Most times as a professional, the essence of your work can be distilled down into two words: solving problems. This is true regardless of what kind of work you do—be it manufacturing, software development, or even accounts at a grocery store.
Some of these problems can be resolved easily. You can solve simple problems about distribution, apparent clashes of wants or needs, or ideologies through systematic discussions and open debates. But you need to explore complex issues faced by production, manufacturing, or sales in detail before you can find a solution.
Simple or complex, there is one key technique that can help you solve problems and overcome challenges more effectively than others. This is the design thinking method. Its premise is simple—it focuses on problem-solving through a thorough understanding of the stakeholders’ needs and challenges.
Instead of rushing headlong into a challenge, design thinking requires you to look at a problem from the perspective of the user or consumer before crafting a solution.
But how do you inculcate such a process? The key is to understand that all market demands are based on human needs.
The reason for the focus on the user’s perspective is simple. In this highly competitive marketplace, the user is the king. Technology, healthcare, design or political structures, everything must keep in mind the final user, the very last individual who will use the services or the commodity. The larger the scale, the greater the complexity.
With the design thinking process, one has access to simple tools that assist in finding out-of-the-box solutions to complex issues. Once an individual understands what design thinking is, they are better equipped to deal with tricky problems with confidence.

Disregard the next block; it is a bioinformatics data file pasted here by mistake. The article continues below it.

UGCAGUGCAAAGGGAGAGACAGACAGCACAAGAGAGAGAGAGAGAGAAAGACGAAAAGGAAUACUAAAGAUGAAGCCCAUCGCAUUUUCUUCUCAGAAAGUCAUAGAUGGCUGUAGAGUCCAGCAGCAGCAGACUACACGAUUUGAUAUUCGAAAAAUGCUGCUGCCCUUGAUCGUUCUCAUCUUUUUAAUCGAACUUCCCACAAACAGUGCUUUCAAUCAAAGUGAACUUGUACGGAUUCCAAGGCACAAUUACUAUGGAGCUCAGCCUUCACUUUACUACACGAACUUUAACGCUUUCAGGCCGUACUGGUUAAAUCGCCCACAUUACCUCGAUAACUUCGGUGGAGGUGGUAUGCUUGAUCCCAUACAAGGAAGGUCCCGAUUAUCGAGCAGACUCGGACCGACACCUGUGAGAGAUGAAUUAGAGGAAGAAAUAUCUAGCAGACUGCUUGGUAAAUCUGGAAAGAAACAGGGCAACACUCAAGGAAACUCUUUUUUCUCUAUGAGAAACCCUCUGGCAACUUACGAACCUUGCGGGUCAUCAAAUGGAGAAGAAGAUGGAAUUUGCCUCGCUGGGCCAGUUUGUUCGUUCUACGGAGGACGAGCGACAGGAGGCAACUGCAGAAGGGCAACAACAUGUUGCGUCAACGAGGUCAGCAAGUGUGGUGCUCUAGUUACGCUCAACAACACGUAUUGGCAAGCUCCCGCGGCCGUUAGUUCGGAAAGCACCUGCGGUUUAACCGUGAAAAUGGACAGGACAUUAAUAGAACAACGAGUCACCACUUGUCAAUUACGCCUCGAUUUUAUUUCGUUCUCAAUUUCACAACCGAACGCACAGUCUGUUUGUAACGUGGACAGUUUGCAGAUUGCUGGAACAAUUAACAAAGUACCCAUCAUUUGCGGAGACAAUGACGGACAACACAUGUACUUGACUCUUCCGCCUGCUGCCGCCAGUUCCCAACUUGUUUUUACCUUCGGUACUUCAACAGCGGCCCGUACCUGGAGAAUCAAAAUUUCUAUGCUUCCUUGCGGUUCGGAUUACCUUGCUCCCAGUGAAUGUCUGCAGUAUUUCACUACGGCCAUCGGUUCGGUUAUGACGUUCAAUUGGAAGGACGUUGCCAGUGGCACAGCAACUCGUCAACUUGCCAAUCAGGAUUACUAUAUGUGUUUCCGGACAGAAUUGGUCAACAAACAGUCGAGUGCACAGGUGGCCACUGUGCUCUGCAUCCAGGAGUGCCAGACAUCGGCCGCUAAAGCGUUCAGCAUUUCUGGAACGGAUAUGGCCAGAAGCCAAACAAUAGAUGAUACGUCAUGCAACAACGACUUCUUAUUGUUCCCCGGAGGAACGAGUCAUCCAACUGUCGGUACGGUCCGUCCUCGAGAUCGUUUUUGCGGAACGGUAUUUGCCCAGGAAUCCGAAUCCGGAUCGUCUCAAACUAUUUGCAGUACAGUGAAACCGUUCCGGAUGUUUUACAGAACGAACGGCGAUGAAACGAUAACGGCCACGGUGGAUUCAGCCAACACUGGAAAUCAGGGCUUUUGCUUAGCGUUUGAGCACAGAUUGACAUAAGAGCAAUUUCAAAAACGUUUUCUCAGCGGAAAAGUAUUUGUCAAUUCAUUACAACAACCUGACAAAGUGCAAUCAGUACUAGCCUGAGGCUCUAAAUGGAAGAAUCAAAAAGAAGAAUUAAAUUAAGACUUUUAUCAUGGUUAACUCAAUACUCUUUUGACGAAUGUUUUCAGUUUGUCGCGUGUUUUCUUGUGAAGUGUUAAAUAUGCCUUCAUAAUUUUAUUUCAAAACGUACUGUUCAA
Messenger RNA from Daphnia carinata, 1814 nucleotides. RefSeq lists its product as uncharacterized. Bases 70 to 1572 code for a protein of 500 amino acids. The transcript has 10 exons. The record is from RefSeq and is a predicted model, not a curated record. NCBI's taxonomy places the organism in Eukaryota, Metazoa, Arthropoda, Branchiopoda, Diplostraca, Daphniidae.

What is design thinking?
To put it in simple terms, the design thinking process is a method that allows an individual to tackle highly complex and seemingly unresolvable problems. Problems that seem so larger than life and stressful can be solved by incorporating the following steps of design thinking.
The process of design thinking starts with empathy. It simply involves looking at the problem from the end user’s perspective without any assumption or bias. What would one do if they were in the same situation?
By finding out what the person says, does, feels, and thinks, one might be able to grasp the situation. Looking at it from a third-person view, the stakeholder will be able to get the clarity they need. Also, if you understand what the other party is thinking, you are more motivated to find solutions. Only when you put yourself in the other’s shoes can you find out how they can tackle the problem.
The next step in the design thinking approach is defining the problem. Once you’ve collected all the data about the problem and the pain points for the end-user, it becomes easier to define the problem in a statement. Statements are easy to understand and help to get all the people concerned on the same page.
Clearly defining the issues ensures that there are no gaps in communication. Keeping in mind that one is trying to solve a problem for a human being or a group of human beings, it is best to approach it in human terms rather than business terms.
The next step in design thinking is ideating a solution. Based on the data collected and the analysis of said data, one might be able to come with an idea to tackle the problem at hand. This is where an individual moves on from identifying the problem and starts focusing on the exploration of the solutions.
While discussing the ideas for the solution, one can begin to prioritize them and look at them rationally without rushing into any of them. Methodically formulating these ideas will ensure that the problem is solved to its entirety and that there are no unsavory compromises or sacrifices made to achieve a solution.
After you explore, discuss, and communicate different ideas, the stakeholder can move forward with the next design thinking stage called prototyping. This is the step that helps all involved parties look a the applicability and sustainability of the idea.